Pool Solar Heating - Help orienting the roof-top solar collector please

In summary: Today's collectors have tubing webs made of either single or multiple layers of plastic.The first layer is the insulation, and wind can easily penetrate the plastic and cause the tubing to freeze.The second layer is the transparent plastic, and the wind can easily blow the frost off the top of the transparent plastic and onto the underlying insulation, which then causes the insulation to freeze.In summary, Sean's advice is that homes with south-facing slopes are the best orientation for pool solar.
  • #1
Hello there, Physics forum. I live in Alamo, California and I'm planning to install pool solar. All of the installers have completely different POVs on which face of the roof I should put them, and hoping to get some physics-based advice. Here's the home with the 3 face options (front already has actual solar, so can't use).

Sat view .png

Two installers really like using both faces #1/2 (individually the system might not be large enough), and two others like face #3.

  • Face #1 gets the most direct afternoon sunlight with the best angle of attack
  • Face #2 is about equivalent to face #1 for total sun, but afternoon angle of attached worse
  • Face #3 probably gets the most TOTAL SUNLIGHT for the day, but afternoon sun is less direct. Morning sun is stronger.
I'm getting very different answers on if with pool solar, the angle of the sun relative to the panel matters or doesn't matter like it does with electrical solar. One installer says, all you're doing is heating the collectors so better to optimize for total light. Another says shoot for the most perpendicular afternoon angle of sun to panels.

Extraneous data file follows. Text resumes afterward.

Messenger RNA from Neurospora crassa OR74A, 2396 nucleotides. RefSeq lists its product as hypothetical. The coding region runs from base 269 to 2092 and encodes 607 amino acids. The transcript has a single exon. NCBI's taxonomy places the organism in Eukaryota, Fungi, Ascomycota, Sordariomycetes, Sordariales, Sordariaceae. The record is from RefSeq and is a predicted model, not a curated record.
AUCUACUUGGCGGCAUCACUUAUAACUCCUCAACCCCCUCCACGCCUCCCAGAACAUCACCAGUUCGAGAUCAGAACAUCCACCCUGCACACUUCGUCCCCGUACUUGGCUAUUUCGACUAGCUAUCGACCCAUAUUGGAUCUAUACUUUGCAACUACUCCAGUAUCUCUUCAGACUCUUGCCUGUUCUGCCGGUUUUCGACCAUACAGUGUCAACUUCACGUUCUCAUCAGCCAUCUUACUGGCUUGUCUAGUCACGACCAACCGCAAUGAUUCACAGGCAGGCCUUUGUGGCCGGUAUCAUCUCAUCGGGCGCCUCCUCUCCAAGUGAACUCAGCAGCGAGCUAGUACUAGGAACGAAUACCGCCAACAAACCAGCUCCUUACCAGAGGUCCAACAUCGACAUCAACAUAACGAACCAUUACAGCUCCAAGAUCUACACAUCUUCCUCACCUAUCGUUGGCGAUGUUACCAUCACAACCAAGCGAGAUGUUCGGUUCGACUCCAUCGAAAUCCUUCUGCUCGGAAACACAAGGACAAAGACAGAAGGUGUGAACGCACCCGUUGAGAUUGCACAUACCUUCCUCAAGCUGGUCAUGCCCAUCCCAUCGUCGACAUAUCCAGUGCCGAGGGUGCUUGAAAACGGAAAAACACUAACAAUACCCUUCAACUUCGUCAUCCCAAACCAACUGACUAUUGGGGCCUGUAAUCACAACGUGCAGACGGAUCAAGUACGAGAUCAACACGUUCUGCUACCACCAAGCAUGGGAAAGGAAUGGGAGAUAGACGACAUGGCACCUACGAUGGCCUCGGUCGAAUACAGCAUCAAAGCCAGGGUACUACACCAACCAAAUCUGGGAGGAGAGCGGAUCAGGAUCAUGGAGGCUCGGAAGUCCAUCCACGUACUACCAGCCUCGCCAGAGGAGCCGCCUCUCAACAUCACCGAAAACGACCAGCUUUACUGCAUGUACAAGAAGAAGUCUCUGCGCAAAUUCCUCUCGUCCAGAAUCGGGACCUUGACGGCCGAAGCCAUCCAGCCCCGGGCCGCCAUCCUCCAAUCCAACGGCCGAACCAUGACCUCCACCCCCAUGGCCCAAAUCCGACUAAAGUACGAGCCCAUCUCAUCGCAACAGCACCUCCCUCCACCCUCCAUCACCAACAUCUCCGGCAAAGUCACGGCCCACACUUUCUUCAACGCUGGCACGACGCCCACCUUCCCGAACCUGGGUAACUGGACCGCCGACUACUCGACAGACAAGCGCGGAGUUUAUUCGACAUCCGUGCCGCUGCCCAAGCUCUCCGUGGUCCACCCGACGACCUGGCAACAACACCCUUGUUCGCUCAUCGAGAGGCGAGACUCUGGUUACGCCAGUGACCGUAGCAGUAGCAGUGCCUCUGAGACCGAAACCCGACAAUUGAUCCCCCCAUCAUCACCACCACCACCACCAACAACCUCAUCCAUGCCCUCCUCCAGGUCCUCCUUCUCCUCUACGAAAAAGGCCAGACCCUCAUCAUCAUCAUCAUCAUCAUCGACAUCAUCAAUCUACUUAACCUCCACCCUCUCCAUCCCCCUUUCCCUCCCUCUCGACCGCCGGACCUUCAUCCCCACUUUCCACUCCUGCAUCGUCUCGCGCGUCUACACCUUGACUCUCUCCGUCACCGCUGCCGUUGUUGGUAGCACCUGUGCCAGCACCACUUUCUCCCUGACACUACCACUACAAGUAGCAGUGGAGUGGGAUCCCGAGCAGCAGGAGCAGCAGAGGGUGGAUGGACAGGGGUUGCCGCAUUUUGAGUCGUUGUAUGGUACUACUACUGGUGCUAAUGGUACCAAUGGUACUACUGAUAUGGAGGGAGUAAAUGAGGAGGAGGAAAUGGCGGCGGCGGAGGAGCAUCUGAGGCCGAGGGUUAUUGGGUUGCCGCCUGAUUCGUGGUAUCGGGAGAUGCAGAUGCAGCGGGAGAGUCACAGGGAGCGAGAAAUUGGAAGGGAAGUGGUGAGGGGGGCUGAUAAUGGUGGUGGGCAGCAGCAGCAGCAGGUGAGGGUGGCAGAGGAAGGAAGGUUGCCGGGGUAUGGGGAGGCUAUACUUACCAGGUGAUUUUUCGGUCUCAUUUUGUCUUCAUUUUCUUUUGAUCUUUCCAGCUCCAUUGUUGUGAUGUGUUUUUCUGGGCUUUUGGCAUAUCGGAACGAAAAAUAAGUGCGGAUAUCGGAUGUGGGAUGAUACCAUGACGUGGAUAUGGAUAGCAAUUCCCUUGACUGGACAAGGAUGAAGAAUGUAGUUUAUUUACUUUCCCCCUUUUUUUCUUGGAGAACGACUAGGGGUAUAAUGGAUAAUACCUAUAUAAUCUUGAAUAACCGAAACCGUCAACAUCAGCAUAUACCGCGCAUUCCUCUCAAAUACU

Any guidance or thoughts on how to approach this problem? Things I need to come up with a point of view on:
  • What are the optimal thermodynamics here and time of day considerations?
    • The pool water itself will be colder in the AM, as will the ambient temp and panel temp? What set up at the end of the day transfers the most heat to the pool water -- e.g. a.) running slightly colder AM water through panels that may heat up a little more quickly on face #3 given the AM light? b.) running slightly warmer afternoon water through warmer afternoon panels (might argue for face #1).
  • Does the angle of attack matter for pool solar (i know it does for electrical) relative to how how the panels get?
  • For the installers that are eyeing using both faces #1/2 does that create a problems / inefficiencies that the panels would be different temperatures throughout the day?
Thanks so much if you're open to spending a minute to help me think through this!

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  • #2
What is the prevailing direction of winds?

Here in Florida, South is the preferred orientation.
As we are located on the North hemisphere, the Sun comes out from the ESE and goes down at the WSW.
Therefore, 20 some degrees of slope, facing South, gets the most Sun exposure intensity and time.

That being said, many customers complain about the low effectiveness of new plastic solar collectors.
The reason is wind exposure of the naked plastic tubing webs.
Old stile collectors had an insulated enclosure with a single or double glass, which greatly reduced heat loss due to wind.
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Likes berkeman

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